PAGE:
Disturbance and Restoration Ecology: Exploring Biological and Human Dynamics

Tucker Hall Room 18

As scientists, when we study ecology, we study relationships.  From a strictly biological sense, we look at relationships between organisms—how they interact, compete, and develop at different scales.  We also look at how they interact with abiotic factors like environmental conditions or external disturbances.  Humans, of course, are a major part of those relationships in how we create or prevent disturbances, favor certain species or entire ecosystems over others, or even impact one another.  Often, we play engineering or managerial roles in ecosystems—that seems true today more than ever.  As researchers, we prioritize the study of ecology.  As natural resource managers, we prioritize the implementation of what we know about ecology and the observation of ecological response.  Thus, the relationships between our researchers and our natural resource managers have a profound impact on how our ecosystems are both understood and managed.  In my master’s thesis, I explore the relationship fire—a primarily human driven disturbance both historically and currently—has with woodland flora communities in the Missouri Ozarks.  Fire is currently used as a major management tool to restore woodland communities in the Ozarks.  I then turn to an exploration of relationships found in collaborations between researchers and natural resource managers working for the USDA Forest Service.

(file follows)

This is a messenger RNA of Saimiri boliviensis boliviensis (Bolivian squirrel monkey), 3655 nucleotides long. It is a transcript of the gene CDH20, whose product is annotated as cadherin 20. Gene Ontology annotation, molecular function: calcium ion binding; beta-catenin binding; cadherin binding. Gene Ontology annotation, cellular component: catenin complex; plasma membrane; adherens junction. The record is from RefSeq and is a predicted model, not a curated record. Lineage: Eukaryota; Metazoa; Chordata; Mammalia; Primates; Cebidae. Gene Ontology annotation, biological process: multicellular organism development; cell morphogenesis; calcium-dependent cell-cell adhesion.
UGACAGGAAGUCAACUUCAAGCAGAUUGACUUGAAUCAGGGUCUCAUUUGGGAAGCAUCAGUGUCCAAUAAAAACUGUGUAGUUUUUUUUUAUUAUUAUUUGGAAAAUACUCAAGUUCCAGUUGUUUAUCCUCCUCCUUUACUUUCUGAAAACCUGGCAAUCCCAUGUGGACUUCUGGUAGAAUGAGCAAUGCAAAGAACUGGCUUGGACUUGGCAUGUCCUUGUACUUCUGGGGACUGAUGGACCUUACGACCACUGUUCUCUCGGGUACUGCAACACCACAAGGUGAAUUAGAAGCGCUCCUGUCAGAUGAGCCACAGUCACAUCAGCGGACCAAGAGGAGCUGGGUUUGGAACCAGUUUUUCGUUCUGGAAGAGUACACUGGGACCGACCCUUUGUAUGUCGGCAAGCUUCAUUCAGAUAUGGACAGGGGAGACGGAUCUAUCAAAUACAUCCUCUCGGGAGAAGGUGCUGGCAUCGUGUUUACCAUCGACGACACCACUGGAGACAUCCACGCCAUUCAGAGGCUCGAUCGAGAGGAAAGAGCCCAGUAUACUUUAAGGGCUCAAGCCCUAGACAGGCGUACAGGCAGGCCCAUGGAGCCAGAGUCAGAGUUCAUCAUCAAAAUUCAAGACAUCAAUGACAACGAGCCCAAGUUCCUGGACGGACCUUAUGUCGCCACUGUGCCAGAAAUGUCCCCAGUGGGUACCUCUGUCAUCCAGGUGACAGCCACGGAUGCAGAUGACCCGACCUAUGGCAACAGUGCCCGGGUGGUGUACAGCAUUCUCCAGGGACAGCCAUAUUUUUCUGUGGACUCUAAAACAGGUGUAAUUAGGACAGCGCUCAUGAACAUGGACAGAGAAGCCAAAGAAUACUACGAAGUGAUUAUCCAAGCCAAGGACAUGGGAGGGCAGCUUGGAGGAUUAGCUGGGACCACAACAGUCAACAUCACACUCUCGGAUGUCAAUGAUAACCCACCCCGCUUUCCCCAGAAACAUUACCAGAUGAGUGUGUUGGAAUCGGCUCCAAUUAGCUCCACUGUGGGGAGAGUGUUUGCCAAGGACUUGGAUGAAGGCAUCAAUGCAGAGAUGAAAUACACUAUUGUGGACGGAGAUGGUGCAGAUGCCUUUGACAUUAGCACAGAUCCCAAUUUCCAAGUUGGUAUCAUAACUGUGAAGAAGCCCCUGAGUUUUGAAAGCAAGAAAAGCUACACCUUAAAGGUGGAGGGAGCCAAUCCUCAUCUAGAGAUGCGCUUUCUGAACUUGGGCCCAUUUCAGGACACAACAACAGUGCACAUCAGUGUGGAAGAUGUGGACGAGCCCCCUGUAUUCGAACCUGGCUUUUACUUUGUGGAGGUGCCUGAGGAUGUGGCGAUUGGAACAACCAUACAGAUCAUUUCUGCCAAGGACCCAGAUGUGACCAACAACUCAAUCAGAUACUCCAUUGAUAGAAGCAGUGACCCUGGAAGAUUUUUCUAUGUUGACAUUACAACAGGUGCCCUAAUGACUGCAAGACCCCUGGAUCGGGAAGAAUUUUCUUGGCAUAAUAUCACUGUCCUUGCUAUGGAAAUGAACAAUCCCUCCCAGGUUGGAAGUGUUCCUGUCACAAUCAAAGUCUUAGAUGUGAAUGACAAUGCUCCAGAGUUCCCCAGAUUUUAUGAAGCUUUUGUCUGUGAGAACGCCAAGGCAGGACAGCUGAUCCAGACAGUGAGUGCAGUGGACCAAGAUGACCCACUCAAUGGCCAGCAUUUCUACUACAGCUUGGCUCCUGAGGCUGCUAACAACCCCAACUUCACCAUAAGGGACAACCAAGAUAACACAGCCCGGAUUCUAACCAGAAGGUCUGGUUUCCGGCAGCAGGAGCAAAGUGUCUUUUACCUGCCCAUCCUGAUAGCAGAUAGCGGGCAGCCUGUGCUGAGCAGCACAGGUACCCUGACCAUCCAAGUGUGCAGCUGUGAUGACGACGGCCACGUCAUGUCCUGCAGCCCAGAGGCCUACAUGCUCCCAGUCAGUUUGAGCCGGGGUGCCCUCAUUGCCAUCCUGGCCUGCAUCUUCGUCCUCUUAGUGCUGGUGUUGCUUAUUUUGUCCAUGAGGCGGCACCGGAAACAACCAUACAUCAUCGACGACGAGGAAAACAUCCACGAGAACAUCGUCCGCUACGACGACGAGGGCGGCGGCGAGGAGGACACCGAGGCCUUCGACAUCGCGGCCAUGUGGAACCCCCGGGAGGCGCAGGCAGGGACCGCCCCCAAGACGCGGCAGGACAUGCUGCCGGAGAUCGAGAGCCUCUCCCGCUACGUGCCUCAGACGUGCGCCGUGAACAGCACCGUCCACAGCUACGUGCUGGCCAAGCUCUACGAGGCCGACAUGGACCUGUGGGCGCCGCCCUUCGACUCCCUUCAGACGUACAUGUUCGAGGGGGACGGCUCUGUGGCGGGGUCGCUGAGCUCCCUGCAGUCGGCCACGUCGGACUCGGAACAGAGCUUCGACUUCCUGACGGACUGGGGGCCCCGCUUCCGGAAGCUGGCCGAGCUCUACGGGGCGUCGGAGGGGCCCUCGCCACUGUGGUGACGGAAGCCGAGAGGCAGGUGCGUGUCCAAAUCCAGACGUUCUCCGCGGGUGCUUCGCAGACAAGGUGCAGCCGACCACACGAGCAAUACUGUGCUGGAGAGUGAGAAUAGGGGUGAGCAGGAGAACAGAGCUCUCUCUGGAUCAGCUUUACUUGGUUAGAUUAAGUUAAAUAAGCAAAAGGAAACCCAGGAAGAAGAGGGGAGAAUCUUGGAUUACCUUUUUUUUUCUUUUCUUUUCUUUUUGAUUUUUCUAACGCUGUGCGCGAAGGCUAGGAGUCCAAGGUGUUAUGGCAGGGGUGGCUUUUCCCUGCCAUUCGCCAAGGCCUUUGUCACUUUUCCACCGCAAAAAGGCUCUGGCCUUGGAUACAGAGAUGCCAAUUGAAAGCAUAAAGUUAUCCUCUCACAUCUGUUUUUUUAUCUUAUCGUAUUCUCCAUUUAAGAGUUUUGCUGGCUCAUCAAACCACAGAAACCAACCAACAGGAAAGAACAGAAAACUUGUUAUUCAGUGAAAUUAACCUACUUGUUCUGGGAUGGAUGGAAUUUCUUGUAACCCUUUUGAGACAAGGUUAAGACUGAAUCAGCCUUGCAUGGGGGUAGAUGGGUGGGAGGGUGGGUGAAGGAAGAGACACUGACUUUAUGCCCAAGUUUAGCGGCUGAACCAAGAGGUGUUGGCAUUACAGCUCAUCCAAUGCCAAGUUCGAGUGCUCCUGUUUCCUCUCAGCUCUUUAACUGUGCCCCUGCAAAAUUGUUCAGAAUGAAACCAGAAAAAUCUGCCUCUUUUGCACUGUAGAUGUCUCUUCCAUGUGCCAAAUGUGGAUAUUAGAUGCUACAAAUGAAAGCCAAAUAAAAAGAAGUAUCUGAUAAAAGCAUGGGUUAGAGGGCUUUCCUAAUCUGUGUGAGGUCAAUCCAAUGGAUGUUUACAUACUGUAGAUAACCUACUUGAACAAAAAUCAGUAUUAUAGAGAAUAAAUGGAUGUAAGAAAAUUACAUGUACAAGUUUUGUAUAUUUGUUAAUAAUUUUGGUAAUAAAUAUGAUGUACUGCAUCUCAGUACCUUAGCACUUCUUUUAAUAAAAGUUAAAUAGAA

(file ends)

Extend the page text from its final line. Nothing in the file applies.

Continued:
In chapter 1, I examine how herbaceous ground flora, midstory trees, and overstory trees respond to prescribed fire over 20 years in the Missouri Ozarks in three different community types—dry woodlands, dry mesic woodlands, and glades.  Historically, fire and climatic conditions primarily drove Ozark woodland and glade community structure.  Due to decades of fire suppression, these communities dramatically changed in structure and composition.  Previous studies show a reintroduction of fire can have restorative effects on ground flora and the midstories in these communities by reducing midstory tree density, allowing for greater light penetration to the ground layer, and reducing leaf litter accumulation.  We show that native herbaceous ground flora increases in richness and abundance, that the midstory declines in density, and that the overstory density also declines in density, with strongest effects mostly occurring in the dry woodlands.  Fire management alone can be an effective tool for woodland restoration.

In my second chapter, I explore the dynamics involved in collaborations between researchers and natural resource managers.  We surveyed a group of U.S.D.A. Forest Service researchers and natural resource managers involved in ongoing collaborations to determine which elements of partnerships resulted in challenges and which led to success.  We followed up surveys with group discussions to develop experience-based solutions for improving research-management collaborations.  Relationships, communication, and physical time together building relationships emerged as key elements to successful collaborations.

Committee Members

  • Dr. Lauren Sullivan, Chair
  • Dr. Manuel Leal
  • Dr. Lauren Pile Knapp
  • Dr. Dan Dey

Carrie Stephen is currently a Natural Resource Ecologist with Missouri State Parks, housed within the Department of Natural Resources.  In her role, she informs and engages in the natural resource management of state parks in Northeast Missouri.

Speaker Information

Carolyn Stephen
M.A. Candidate, Sullivan Lab
Division of Biological Sciences
University of Missouri